in 1808 and served from 1818 as its principal functionary, the perpetual secretary. He is known in Sweden as "the Father of Swedish Chemistry". Berzelius Day is celebrated on 20 August in honour of him.[2]


1 Biography 2 Achievements

2.1 Law of definite proportions 2.2 Chemical notation 2.3 Discovery of elements 2.4 New chemical terms 2.5 Biology

2.5.1 Vitalism

3 Relations with other scientists 4 Family 5 Honours 6 References 7 Further reading 8 External links

Biography[edit] Berzelius was born in the parish of Väversunda in Östergötland
in Sweden. His father was a school teacher in the nearby city of Linköping
and his mother a homemaker[3]. Berzelius lost both his parents at an early age; his father passed away in 1779, and his mother in 1787. Relatives in Linköping
took care of him, and there he attended the school today known as Katedralskolan. He then enrolled at Uppsala University, where he learned the profession of medical doctor from 1796 to 1801; Anders Gustaf Ekeberg, the discoverer of tantalum, taught him chemistry. He worked as an apprentice in a pharmacy and with a physician in the Medevi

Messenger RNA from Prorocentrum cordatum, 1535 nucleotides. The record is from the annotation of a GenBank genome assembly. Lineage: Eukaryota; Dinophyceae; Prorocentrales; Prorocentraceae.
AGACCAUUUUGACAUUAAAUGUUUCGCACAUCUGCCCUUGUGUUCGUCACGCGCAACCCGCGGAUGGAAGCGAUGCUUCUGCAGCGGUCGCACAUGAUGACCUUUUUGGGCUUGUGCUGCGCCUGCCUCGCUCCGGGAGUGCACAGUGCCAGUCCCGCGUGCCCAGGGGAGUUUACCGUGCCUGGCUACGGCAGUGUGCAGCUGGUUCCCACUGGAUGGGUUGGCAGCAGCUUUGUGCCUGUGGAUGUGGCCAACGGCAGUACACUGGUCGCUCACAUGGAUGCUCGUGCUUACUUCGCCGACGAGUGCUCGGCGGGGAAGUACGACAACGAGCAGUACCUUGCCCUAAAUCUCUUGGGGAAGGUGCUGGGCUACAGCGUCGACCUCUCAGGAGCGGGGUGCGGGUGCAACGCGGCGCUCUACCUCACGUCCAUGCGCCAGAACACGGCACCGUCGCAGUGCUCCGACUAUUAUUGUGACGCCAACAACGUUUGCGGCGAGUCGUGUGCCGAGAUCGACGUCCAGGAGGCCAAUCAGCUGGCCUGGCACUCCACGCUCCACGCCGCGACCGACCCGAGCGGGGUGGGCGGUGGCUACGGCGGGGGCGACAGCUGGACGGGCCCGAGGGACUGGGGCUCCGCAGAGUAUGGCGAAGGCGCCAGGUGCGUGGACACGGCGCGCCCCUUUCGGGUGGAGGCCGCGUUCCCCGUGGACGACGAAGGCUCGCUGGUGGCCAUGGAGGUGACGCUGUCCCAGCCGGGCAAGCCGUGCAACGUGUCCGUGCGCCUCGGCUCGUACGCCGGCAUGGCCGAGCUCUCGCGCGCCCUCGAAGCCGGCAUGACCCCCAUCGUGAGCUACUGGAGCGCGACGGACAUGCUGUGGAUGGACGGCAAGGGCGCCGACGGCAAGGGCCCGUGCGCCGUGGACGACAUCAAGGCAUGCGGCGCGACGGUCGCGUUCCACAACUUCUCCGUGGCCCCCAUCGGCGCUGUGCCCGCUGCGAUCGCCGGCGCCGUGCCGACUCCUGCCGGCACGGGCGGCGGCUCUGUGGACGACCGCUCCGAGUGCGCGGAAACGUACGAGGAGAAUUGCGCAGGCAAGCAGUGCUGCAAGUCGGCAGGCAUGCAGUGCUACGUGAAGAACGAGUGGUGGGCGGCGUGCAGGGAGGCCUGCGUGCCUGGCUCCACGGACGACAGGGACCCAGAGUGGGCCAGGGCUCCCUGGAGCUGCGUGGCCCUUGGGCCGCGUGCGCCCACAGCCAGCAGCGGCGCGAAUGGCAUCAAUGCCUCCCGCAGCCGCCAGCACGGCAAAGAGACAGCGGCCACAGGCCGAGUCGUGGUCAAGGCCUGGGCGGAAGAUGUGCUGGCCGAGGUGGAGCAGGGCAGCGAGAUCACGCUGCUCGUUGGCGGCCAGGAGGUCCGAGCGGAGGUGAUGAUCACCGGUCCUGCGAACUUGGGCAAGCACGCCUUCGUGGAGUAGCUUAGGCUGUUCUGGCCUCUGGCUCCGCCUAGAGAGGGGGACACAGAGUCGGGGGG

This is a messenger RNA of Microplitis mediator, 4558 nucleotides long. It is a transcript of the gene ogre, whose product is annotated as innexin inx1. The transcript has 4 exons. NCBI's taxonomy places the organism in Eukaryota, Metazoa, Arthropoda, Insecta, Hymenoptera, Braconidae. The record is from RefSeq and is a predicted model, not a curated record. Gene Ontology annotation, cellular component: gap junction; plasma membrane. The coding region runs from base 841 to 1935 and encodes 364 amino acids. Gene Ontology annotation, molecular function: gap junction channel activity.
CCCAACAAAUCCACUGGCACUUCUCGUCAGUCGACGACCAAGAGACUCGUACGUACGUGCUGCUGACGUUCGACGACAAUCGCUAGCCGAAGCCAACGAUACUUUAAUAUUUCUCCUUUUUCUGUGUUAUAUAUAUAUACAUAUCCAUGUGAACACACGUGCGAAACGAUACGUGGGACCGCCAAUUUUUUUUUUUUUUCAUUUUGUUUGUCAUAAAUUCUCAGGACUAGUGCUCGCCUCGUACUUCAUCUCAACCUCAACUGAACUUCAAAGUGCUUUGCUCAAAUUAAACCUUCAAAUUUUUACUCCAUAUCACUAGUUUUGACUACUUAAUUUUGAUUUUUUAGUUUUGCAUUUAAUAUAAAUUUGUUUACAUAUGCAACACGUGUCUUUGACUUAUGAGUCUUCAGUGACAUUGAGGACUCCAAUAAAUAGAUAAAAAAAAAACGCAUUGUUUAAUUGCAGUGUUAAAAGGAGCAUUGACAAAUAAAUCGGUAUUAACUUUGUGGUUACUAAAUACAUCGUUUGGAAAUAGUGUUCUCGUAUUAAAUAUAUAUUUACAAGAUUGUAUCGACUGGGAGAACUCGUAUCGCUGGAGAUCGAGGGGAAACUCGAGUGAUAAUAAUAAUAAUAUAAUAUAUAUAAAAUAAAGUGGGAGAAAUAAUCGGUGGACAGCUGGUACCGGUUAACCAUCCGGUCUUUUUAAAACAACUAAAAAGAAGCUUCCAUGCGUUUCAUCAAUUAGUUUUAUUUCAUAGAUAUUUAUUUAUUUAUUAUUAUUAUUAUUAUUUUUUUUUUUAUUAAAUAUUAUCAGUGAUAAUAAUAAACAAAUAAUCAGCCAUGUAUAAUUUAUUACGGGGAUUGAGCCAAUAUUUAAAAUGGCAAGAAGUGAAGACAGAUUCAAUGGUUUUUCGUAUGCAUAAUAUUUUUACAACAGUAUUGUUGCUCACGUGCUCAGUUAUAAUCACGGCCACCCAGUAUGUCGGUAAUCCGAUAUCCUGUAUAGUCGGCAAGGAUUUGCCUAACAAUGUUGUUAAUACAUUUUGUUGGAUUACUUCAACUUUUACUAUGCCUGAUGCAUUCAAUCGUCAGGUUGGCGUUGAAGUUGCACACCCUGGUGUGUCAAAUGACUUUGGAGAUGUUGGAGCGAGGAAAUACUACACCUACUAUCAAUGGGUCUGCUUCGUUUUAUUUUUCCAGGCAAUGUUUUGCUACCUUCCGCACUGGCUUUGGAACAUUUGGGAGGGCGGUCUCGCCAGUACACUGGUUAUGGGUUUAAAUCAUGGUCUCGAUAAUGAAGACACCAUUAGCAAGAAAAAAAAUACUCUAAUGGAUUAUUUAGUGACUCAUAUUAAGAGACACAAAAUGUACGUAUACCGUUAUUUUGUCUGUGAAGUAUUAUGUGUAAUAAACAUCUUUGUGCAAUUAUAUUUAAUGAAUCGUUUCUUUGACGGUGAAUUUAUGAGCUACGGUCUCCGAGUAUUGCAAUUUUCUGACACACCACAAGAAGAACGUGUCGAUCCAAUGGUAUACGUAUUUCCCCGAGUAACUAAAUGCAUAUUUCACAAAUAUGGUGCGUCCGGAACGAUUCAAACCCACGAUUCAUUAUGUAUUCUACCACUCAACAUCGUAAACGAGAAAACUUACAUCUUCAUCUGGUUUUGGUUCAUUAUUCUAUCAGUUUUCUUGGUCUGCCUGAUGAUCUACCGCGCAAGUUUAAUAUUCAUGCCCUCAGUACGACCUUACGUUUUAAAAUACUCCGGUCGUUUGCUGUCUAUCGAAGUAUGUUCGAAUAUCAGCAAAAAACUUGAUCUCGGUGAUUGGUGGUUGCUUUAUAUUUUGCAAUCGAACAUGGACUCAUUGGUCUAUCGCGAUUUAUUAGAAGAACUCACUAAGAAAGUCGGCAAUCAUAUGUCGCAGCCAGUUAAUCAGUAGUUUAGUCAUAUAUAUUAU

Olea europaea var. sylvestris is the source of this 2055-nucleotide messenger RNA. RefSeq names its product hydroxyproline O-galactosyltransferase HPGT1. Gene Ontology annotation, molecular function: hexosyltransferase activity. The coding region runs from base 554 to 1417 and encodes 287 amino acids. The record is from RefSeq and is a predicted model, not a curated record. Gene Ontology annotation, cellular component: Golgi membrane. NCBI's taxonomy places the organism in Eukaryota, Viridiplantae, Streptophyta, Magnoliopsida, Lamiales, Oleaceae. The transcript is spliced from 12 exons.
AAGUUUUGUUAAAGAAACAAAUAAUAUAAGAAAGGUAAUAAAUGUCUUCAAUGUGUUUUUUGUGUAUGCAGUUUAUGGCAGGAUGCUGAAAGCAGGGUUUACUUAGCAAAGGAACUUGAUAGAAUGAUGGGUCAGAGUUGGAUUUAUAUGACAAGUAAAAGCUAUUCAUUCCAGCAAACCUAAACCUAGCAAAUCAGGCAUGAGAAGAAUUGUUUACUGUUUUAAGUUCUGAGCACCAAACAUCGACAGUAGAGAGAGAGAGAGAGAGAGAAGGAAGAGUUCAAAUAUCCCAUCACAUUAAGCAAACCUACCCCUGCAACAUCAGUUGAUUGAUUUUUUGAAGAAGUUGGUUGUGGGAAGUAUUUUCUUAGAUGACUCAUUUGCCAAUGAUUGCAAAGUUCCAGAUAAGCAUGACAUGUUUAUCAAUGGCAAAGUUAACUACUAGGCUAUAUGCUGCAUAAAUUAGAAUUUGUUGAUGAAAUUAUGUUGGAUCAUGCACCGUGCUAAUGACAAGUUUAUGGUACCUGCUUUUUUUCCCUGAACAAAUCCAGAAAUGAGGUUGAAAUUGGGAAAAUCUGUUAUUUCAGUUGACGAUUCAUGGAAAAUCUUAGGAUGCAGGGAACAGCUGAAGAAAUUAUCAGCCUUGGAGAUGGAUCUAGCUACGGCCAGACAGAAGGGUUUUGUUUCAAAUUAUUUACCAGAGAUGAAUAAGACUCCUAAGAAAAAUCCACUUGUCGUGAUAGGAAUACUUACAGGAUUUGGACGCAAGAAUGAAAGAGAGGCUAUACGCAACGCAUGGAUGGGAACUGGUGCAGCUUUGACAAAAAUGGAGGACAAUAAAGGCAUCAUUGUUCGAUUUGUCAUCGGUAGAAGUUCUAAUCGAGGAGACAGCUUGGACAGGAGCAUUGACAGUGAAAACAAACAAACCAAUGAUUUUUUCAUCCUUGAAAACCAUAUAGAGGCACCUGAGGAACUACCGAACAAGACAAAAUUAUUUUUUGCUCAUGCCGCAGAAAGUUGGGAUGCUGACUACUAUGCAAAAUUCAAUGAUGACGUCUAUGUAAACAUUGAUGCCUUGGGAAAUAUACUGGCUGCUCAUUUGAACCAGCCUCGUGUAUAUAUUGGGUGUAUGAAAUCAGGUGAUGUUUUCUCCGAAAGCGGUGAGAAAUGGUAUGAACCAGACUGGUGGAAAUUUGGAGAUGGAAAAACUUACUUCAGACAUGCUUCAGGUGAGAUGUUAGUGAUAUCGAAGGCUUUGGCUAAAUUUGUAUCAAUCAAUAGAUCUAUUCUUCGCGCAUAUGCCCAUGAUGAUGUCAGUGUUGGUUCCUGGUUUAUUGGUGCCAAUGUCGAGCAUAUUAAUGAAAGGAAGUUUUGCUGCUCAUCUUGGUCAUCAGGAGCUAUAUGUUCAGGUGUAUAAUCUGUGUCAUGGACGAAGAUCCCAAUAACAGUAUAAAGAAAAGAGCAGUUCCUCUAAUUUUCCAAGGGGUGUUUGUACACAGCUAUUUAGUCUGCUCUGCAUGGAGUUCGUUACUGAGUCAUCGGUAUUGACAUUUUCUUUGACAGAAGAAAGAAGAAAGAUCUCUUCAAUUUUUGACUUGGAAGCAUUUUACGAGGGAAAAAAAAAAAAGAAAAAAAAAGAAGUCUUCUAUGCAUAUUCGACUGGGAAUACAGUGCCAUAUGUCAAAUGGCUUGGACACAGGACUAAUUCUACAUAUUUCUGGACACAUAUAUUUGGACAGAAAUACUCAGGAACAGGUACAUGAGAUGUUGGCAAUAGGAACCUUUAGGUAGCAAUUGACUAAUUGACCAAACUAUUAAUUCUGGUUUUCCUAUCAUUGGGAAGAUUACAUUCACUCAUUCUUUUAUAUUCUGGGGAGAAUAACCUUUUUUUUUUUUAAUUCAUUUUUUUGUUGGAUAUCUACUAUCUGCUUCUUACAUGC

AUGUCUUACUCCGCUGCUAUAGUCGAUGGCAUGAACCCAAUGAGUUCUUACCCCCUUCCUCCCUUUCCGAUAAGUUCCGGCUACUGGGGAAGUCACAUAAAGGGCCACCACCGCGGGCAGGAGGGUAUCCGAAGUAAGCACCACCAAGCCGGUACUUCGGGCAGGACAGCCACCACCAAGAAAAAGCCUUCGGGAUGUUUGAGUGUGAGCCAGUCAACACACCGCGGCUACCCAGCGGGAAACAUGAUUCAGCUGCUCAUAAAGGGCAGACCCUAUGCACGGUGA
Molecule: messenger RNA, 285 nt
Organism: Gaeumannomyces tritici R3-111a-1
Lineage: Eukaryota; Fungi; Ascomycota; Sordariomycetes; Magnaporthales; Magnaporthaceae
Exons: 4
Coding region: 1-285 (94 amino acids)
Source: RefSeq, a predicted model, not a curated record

mineral springs. During this time, he conducted analysis of the spring water. For his medical studies, he examined the influence of galvanic current on several diseases and graduated as M.D. in 1802. He worked as physician near Stockholm
until the mine-owner Wilhelm Hisinger
Wilhelm Hisinger
discovered his analytical abilities and provided him with a laboratory.[citation needed] Between 1808 and 1836, Berzelius worked together with Anna Sundström, who acted as his assistant.[4] In 1807, Berzelius was appointed professor in chemistry and pharmacy at the Karolinska Institute. In 1808, he was elected a member of the Royal Swedish Academy
Swedish Academy